Of course, this old tale has probably been embellished over the centuries. But the moral of the story is true. When you gradually introduce new challenges, your body adapts to handle the load.
Why Is Progressive Overload Important?
Once your body adapts to something new, you develop a tolerance. And when that happens, your body is resistant to change.
As an example, say you drink a cup of coffee every day for energy. After a while, you develop a tolerance for caffeine. Then you have to drink two cups of coffee to get the same energy boost.
Similarly, your body develops a tolerance for resistance training. At first, you gain muscle with little effort. But, over time, you have to increase your workload in order to continue gaining.
Progressive overload prevents your body from getting used to the stress of training. And that means you continue to grow.
Two Types of Progressive Overload
You’re reading this because your goal is to get stronger and increase muscle mass. But let’s pretend for a moment that you want to improve conditioning and burn fat. So you start a cardio program where you run a mile a day.
After a few weeks, running a mile feels easy and you’ve already lost 10 lbs. So you decide to run 2 miles a day. Then, in a few more weeks, running 2 miles feels easy. But this time you only lost 3 lbs. Eventually, you stop losing weight entirely, even though your conditioning slowly improves.
That’s because the overload is better suited to conditioning than fat burning. Therefore, you need to incorporate a second kind of overload that prioritizes fat burning over endurance. Such as an interval training program designed to burn fat.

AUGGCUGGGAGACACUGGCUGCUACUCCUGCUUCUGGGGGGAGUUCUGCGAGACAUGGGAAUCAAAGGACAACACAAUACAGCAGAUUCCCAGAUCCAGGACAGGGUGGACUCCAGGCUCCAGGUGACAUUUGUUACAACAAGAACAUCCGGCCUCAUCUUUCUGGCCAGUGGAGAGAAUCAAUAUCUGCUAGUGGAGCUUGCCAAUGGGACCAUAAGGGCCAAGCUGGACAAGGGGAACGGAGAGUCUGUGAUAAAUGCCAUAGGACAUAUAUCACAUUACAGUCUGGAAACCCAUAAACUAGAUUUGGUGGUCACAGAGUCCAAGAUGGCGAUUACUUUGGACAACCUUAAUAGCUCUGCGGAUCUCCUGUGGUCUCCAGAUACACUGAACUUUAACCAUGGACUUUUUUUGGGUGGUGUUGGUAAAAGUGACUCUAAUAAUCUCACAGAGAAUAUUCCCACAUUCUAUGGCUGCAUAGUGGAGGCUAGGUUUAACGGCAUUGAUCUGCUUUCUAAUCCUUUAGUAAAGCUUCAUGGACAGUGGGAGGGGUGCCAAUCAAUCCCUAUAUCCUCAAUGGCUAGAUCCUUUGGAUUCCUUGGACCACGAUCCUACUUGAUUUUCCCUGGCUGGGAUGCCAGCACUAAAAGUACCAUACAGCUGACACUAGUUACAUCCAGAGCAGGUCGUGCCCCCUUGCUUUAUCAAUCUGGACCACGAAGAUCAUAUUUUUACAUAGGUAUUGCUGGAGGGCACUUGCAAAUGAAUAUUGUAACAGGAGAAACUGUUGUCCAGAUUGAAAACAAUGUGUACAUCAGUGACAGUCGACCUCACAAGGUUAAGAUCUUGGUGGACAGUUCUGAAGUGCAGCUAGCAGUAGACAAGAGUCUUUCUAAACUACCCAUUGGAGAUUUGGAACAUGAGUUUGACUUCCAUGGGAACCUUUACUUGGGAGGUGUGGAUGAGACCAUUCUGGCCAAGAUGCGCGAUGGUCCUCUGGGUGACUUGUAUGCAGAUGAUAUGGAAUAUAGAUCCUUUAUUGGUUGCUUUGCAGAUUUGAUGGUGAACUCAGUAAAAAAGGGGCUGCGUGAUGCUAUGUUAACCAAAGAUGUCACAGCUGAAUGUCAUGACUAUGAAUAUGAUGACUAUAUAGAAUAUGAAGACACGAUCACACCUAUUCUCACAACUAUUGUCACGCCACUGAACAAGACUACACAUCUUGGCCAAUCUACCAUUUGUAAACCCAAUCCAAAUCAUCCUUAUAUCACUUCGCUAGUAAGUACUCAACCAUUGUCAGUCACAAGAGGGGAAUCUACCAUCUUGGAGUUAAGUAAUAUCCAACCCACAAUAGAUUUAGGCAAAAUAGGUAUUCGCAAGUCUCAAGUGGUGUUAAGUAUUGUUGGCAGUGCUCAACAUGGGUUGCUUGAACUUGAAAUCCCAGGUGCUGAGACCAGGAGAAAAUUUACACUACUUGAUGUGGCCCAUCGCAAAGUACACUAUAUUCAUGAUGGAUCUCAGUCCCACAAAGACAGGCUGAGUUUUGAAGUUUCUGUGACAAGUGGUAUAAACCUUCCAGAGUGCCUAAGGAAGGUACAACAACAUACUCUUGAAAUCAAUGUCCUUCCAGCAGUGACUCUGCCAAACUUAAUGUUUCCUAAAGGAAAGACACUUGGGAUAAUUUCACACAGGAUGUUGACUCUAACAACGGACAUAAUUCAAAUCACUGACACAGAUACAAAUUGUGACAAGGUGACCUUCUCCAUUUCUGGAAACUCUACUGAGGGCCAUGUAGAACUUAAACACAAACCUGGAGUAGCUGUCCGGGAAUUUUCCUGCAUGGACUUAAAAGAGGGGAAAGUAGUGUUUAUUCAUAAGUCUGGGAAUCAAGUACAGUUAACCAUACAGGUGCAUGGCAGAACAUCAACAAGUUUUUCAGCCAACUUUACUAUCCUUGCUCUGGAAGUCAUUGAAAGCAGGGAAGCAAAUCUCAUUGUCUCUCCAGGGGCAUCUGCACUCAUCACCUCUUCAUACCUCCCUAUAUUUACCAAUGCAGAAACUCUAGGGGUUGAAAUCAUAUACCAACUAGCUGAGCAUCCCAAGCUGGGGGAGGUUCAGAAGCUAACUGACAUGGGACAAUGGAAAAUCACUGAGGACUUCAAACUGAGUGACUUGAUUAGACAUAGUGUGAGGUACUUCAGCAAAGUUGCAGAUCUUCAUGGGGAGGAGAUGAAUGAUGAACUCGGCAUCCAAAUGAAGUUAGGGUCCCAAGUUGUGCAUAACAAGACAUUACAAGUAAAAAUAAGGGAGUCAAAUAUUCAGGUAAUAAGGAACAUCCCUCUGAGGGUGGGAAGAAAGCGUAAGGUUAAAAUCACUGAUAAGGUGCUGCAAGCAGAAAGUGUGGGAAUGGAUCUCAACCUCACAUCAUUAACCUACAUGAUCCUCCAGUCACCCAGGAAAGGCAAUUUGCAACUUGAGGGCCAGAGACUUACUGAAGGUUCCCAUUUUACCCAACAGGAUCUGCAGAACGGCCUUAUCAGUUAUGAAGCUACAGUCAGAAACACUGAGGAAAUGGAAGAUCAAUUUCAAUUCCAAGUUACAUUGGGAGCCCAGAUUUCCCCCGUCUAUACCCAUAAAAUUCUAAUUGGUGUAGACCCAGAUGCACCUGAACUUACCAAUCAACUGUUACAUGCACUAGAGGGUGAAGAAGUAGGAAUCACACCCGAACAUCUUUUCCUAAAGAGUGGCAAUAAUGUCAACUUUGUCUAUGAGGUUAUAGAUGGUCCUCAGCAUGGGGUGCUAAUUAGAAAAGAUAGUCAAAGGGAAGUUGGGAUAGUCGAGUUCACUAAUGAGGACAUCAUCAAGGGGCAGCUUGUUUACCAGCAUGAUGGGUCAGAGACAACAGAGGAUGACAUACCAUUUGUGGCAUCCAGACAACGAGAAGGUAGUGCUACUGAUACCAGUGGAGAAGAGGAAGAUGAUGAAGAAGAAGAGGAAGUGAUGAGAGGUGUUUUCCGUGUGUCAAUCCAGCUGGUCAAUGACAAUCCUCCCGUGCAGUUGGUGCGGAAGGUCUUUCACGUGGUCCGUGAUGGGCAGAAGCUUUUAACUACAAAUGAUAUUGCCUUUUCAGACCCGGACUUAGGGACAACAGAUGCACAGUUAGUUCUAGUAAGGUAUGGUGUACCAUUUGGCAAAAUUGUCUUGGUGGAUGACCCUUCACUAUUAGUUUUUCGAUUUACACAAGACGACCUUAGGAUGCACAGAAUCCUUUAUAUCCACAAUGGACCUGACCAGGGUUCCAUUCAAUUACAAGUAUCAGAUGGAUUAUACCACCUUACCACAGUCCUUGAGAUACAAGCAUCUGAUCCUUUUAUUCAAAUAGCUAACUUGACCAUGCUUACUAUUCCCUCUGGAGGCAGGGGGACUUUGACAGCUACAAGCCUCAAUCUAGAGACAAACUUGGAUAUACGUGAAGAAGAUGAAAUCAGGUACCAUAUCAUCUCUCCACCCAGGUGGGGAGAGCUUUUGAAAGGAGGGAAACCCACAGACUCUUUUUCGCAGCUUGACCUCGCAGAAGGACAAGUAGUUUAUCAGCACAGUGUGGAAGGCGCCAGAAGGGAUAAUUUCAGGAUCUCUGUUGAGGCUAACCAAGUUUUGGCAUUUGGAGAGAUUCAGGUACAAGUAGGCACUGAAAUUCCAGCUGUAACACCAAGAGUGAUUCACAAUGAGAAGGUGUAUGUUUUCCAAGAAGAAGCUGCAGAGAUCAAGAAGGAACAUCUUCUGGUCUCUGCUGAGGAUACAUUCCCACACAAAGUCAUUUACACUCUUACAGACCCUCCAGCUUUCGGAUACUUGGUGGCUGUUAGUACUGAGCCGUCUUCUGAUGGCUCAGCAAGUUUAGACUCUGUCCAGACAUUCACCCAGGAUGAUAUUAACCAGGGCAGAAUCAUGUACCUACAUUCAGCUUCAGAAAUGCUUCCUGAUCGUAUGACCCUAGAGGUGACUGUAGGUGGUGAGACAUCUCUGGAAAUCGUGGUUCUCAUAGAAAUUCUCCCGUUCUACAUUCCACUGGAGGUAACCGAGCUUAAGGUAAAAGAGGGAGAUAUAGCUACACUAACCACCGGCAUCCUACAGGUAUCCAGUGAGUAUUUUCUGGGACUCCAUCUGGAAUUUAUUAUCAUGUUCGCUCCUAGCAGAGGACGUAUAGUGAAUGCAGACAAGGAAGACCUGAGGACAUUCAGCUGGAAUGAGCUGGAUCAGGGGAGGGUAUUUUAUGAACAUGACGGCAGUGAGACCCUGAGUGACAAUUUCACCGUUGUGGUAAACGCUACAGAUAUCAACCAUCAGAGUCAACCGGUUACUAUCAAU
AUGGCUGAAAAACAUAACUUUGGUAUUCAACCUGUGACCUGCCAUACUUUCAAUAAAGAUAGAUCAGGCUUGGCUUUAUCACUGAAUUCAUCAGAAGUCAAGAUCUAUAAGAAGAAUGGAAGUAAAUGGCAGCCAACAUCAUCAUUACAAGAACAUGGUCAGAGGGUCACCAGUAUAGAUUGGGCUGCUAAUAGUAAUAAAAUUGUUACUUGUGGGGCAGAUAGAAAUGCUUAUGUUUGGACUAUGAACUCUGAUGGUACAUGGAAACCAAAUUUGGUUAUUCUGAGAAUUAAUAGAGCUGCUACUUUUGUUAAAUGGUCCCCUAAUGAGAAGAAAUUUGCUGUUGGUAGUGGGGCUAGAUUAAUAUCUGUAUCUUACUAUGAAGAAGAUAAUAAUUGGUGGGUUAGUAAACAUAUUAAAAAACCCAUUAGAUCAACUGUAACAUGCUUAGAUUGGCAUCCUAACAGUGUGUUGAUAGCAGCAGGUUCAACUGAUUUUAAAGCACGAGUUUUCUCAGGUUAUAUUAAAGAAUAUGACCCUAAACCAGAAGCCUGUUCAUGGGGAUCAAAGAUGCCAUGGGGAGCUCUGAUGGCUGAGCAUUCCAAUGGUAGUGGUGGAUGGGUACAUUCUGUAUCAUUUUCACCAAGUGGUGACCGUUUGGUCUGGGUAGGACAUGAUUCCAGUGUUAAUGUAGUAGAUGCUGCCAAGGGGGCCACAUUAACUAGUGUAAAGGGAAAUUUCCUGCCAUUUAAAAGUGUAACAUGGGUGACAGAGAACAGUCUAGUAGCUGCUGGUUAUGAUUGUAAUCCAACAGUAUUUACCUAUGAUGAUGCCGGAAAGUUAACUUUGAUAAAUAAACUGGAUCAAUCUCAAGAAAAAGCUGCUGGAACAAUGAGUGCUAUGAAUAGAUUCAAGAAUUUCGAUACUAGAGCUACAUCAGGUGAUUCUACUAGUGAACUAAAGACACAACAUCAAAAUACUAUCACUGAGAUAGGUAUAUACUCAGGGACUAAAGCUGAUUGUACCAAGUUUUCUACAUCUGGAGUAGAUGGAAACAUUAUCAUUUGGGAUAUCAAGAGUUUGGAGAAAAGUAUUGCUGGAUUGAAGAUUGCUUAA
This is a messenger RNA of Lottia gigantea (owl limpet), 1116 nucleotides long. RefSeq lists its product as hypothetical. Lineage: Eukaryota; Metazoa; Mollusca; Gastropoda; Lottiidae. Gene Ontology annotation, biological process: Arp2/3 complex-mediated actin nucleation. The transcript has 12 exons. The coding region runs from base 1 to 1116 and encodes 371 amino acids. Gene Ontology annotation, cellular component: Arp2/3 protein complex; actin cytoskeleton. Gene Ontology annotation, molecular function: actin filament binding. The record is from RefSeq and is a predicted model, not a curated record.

In the same way, the goals of muscle strength and muscle growth are not always related. So if you only train for one, you eventually hit a plateau in the other. As a result, you need different types of overload to achieve ongoing gains in strength and growth.
1. Increase Load (Strength)
Like Milo and the calf, the classic example of progressive overload is a gradual increase in load. In other words, the amount of weight you lift. Most likely, this is how you’re used to training.
When you do this day after day, you see steady strength gains. However, as you reach your limits, getting stronger gets harder. So you are incentivized to change your form in order to lift more.
During a heavy squat, for instance, you tend to use a wider stance and place the bar lower on your back. This technique spreads the load to other muscle groups, allowing you to generate more power and lift more weight. Basically, you train your body to become more efficient at moving heavy weight.
Meanwhile, you take some of the load away from specific muscles like the quadriceps. Therefore your quads are no longer directly stimulated and do not continue to grow.
In this case, you get stronger without gaining muscle. And it shows that muscle strength and muscle growth are not always directly related. For that reason, you have to implement the second type of progressive overload to continuously improve.
2. Increase Intensity (Growth)
The second type of overload is about using less weight to do more work. In resistance training, the amount of energy you expend in a given time is called exercise intensity. And intensity increases when you do more work in less time.
As a simple example, consider the amount of work you do in a set of bench press. Work is equal to Force times Distance.
W = F x D
So let’s say you can bench press 250 pounds for 3 repetitions. And for simplicity’s sake, assume you move the bar a distance of 1 foot. Then the amount of work you do in that set is:
250 lbs x 3 reps x 1 ft = 750 ft-lbs
On the other hand, you can also press 200 lbs for 8 reps. So the amount of work you do in that set is:
200 lbs x 8 reps x 1 ft = 1,600 ft-lbs
As you can see, you did about twice as much work even though the weight was less. In addition, it takes less time to recover from lifting moderate weight. So you can take shorter rests between sets.
For instance, in a span of 5 minutes, you might only complete 2 sets with 250 lbs. But you can do 3 sets with 200 lbs. Therefore, the total amount of work you do in 5 minutes is:
750 ft-lbs per set x 2 sets = 1,500 ft-lbs
1,600 ft-lbs per set x 3 sets = 4,800 ft-lbs